How can CFOs become more innovative?

By in Development, Leadership, Opinion

CFOs are being urged to step outside their familiar finance training background and be more “innovative” if they want to be CEOs. Otherwise, they risk having their pathway to the chief role closed to them.

While the word “innovation” is not new, it seems in its current manifestation, we can’t get enough of it.

Businesses regularly use it to claim that they are at the cutting edge of their industry. But whatever avenue the innovative mind takes, the outcome sought is more efficient work processes and better productivity and performance.

In this environment, innovation is not just about finance, although it is a critical element. So what role can CFOs play to support a business that wants to implement new ideas, create dynamic products or improve existing services? First, it requires a different attitude to running the business on the part of the CFO.

In his checklist of how CFOs can be innovative, David Mackenzie, Managing Director of strategy delivery firm, Mackenzie and Noble, first advises them to try to be less conservative and more open to risk taking.

Moreover, if the goal is to take a leadership role in the innovation process, then understanding the whole business is essential.

“CFOs need to understand all the levers of an organisation’s business model and not just be excused to play as a specialist in finance,” Kimberley Reynolds, a consultant in organisational improvement says.

Understanding the big picture is critical, but so is knowing which questions to ask. For instance, if the “lever” is strategic human resources, the question might be whether or not a new organisational structure is essential to drive growth.

It can also be an advance in digital technology that can shatter the old way of creating value for the business; in which case, how does the business respond?

Consider other levers such as the underlying drivers of sales: Which products are successful and why? How does customer behaviour affect the business? What developments in the market present opportunities or threats to the innovation strategy? How does the business navigate potential ventures based on fit, rather than just finances?

For a CFO with broad business experience that goes beyond finance, such questions might come easily. For those totally finance focused, it can be a struggle. Hence, consultants like Reynolds advise accounting and finance graduates to work in different parts of an organisation, not just the finance area. Mackenzie observes that some accounting firms have successfully developed potential CFOs with a more strategic outlook by recruiting graduates and lateral hires from non-accounting backgrounds.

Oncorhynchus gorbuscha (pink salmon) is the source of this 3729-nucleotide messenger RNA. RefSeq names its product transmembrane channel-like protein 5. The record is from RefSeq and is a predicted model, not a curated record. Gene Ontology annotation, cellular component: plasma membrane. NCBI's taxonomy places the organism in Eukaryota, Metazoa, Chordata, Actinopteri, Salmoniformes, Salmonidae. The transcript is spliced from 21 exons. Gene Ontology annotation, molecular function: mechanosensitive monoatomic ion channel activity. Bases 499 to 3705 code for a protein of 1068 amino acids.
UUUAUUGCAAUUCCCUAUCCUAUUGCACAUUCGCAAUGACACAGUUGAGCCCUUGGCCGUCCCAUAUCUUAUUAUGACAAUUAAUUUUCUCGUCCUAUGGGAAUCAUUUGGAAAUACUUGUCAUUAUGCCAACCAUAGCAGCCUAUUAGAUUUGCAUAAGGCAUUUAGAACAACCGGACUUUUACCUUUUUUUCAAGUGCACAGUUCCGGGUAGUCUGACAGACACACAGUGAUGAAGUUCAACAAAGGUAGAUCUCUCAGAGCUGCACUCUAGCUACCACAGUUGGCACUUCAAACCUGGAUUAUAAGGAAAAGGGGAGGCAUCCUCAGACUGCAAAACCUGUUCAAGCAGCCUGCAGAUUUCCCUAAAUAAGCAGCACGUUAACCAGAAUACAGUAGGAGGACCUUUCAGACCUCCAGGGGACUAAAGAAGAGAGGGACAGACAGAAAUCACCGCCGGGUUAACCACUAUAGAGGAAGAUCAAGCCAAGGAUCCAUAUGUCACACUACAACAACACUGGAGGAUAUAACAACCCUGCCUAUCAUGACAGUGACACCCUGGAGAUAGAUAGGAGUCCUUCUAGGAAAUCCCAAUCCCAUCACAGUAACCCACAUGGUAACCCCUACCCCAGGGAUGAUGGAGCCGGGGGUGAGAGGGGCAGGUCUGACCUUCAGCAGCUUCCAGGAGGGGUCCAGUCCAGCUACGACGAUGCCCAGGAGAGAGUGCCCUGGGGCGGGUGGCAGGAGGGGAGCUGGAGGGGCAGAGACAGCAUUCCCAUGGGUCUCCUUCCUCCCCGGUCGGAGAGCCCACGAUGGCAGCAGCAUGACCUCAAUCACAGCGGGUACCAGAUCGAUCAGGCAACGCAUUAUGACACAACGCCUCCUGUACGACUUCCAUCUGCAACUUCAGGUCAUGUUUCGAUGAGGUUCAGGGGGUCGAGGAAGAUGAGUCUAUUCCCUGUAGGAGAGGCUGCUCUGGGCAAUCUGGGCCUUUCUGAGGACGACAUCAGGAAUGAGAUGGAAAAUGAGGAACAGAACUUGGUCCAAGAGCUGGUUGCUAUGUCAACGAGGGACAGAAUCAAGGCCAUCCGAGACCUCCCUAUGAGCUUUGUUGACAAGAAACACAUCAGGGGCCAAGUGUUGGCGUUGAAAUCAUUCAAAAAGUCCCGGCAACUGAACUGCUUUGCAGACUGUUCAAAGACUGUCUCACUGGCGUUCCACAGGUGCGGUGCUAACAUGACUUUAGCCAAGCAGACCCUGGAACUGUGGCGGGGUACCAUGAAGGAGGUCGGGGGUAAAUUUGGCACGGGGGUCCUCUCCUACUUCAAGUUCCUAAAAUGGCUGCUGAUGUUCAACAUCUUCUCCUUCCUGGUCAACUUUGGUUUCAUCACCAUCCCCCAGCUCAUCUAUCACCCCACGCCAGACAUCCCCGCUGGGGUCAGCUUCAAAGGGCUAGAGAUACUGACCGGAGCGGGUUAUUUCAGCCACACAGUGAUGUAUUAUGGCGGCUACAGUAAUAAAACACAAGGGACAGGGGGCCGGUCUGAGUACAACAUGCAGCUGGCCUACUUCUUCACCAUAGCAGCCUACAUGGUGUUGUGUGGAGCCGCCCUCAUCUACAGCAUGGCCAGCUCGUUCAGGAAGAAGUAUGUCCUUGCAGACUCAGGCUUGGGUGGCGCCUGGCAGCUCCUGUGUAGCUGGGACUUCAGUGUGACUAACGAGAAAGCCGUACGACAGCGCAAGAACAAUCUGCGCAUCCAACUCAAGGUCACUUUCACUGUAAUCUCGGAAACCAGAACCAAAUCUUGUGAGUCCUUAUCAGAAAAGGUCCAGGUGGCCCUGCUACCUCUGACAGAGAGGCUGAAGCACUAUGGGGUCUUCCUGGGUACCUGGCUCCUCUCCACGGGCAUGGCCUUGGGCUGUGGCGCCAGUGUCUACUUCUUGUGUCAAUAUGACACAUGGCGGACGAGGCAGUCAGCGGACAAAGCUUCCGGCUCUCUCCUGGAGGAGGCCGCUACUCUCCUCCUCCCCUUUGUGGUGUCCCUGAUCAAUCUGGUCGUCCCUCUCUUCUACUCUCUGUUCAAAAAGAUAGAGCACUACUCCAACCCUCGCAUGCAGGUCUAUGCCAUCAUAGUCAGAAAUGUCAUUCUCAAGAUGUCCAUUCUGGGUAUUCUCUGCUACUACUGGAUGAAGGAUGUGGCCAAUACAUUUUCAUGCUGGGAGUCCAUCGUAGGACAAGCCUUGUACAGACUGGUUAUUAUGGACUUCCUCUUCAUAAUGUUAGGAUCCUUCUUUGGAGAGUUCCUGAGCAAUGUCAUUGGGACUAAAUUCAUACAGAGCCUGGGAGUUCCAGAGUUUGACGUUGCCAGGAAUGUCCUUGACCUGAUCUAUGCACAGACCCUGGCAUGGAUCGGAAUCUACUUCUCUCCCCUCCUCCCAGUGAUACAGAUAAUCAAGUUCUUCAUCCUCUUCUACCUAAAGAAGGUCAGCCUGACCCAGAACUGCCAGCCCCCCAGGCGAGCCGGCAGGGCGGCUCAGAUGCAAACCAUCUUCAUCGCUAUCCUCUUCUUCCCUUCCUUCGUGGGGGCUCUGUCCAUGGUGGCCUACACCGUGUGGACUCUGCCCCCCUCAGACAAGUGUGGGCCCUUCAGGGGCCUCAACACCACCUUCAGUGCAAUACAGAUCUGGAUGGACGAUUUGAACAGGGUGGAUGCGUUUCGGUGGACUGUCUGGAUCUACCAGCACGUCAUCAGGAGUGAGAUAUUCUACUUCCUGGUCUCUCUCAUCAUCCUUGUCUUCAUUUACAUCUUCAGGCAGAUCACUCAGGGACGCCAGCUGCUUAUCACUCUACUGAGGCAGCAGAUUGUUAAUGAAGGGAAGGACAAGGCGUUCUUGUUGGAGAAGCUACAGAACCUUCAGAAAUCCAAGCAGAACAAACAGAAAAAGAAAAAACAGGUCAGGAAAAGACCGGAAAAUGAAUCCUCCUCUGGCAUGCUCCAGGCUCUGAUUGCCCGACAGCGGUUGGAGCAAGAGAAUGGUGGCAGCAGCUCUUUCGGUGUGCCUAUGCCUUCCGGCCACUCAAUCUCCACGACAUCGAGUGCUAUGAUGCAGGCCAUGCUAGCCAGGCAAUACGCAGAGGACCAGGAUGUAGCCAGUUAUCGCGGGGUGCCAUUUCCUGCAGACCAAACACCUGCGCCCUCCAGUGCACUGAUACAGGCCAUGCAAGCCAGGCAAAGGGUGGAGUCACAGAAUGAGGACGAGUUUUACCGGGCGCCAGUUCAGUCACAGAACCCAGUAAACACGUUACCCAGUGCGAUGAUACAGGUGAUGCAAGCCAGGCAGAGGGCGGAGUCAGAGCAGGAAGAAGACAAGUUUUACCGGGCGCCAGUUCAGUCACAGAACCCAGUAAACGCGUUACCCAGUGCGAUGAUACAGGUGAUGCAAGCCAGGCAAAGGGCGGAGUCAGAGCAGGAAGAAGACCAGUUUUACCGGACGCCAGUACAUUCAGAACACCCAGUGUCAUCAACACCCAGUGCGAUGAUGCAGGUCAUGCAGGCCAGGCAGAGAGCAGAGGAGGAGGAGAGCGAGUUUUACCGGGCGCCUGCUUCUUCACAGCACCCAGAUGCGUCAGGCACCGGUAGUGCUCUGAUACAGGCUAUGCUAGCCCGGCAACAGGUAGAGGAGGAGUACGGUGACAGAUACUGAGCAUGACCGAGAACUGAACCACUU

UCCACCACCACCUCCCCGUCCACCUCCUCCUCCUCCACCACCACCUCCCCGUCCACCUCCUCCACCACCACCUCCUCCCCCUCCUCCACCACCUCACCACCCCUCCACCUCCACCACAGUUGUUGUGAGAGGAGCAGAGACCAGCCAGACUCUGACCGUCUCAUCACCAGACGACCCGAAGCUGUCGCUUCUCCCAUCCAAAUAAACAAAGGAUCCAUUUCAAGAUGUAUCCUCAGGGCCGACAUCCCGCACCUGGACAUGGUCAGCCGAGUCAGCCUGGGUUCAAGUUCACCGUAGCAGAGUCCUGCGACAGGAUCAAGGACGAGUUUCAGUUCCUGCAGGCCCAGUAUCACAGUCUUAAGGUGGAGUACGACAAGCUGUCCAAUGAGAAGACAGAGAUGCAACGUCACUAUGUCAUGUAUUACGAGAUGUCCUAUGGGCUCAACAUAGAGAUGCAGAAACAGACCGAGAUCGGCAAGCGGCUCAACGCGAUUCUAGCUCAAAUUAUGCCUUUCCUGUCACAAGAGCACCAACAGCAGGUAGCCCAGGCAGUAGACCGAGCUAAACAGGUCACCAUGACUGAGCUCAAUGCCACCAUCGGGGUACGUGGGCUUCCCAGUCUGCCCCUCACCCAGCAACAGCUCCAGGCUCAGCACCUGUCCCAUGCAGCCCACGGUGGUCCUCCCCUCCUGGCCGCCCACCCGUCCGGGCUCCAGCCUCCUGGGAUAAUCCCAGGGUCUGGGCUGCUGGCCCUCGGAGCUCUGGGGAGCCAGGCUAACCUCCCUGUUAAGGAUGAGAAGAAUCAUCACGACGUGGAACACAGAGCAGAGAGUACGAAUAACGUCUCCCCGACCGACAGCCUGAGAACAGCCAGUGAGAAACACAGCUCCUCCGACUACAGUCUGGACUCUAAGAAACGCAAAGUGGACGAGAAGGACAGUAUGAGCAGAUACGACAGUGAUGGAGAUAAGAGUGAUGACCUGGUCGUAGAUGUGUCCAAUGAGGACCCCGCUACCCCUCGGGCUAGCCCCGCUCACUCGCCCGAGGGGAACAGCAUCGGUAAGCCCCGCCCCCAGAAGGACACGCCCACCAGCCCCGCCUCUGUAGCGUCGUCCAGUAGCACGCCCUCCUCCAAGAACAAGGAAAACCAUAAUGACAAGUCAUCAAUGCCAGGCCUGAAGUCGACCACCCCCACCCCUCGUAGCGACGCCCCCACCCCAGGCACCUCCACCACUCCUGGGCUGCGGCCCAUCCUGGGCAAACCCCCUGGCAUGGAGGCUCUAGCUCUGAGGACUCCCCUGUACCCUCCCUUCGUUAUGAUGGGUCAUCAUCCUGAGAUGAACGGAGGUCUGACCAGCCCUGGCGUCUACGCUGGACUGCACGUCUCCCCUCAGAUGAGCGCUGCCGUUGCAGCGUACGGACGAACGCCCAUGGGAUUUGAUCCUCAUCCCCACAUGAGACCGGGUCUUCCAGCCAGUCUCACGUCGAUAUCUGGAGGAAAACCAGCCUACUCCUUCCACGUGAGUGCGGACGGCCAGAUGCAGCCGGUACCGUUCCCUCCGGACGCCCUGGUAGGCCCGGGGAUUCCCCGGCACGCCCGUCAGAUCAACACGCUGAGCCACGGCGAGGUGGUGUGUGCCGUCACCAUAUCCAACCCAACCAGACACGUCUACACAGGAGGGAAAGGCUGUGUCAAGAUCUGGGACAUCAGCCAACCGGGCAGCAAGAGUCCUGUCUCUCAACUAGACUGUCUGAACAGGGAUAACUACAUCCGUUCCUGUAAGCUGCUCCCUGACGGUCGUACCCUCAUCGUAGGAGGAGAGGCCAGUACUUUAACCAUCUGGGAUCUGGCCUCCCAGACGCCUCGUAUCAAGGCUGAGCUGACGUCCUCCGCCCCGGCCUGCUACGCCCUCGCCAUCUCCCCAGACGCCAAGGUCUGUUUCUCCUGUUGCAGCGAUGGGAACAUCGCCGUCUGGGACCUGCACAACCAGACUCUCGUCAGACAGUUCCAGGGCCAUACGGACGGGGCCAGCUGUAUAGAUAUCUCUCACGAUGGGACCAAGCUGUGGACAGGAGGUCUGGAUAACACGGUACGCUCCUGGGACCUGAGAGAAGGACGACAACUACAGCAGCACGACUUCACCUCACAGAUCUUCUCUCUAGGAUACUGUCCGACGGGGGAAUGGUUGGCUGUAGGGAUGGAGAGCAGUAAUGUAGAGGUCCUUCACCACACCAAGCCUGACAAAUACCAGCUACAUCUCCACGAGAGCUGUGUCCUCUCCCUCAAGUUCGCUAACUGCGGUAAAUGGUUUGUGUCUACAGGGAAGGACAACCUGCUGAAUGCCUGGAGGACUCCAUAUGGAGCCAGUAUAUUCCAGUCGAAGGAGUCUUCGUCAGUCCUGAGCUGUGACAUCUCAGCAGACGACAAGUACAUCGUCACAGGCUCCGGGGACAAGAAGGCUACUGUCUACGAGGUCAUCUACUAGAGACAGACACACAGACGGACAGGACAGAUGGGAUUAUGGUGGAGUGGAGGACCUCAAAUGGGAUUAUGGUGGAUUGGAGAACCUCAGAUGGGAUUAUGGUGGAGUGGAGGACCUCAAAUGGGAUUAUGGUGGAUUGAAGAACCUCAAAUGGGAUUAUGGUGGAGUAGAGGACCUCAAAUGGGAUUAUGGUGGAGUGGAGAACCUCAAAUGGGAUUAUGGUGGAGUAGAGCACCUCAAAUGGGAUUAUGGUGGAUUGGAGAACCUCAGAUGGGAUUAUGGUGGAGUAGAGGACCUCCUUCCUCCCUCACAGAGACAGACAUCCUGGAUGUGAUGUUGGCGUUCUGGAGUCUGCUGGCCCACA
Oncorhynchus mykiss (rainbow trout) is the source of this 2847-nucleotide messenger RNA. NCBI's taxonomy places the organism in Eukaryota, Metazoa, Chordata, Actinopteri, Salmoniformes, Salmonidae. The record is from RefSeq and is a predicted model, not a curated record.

The Steps to become an Innovative CFO

Where the experience can’t be acquired in a reasonable time frame, the option can be to access the latest thinking on innovation from sources outside the business.

For example, many organisations have introduced “design thinking” to their staff. Evolving from the notion of design as a way of thinking in the sciences, design thinking was adapted for business purposes when US-based design and consulting firm, IDEO (Innovation, Design Engineering Organization) was founded in 1991. IDEO uses the methodology to design products, services, environments and digital experiences.

Moreover, various publications such as Warren Berger’s A More Beautiful Question can help CFOs who want to broaden their outlook. As Berger writes in his book, “the real point is to begin to train the mind to think differently when confronted with a problem or a challenge.”

Among the tips for playing a role in innovation strategy, CFOs are advised to demand options and scenario-based thinking such as what-if scenario analysis. Business planning and modelling techniques like these create various projections for an outcome.

They selectively change inputs to produce more robust decisions that are not necessarily financial. By asking more questions, CFOs can delve deeper and pull together threads from across the organisation.

For example, in a CFOs’ mergers and acquisition role, such questioning enables them to be strategic rather than tactical.

“Are certain parts of the business moving fast enough in the current environment or do we need to acquire a new business? Or if parts of the business are stale, do we put them up for sale?” Reynolds says.

Understanding the inner workings of the whole organisation is a given for the would-be innovative CFOs, but their focus should not be only internal. Reynolds advises them to establish networks that include contacts who do not just work in the finance sector.

“If you want to be innovative, you develop networks so you can walk in another person’s shoes and create new solutions,” Reynolds continues.

No-one is suggesting that leading the innovative process is easy for a CFO. As an executive coach who has worked with many CFOs, Mackenzie has found that they often struggle to be innovative as the conservatism of their specialist training can tend to the protection of an organisation’s financial situation, rather than increase any risk.

Nevertheless, if they take a leadership role in building an innovation strategy, CFOs can push the boundaries of others within their organisation to drive innovation and not let the market overtake them. And by advising on all facets of the business, in effect, CFOs become understudies to the CEO.

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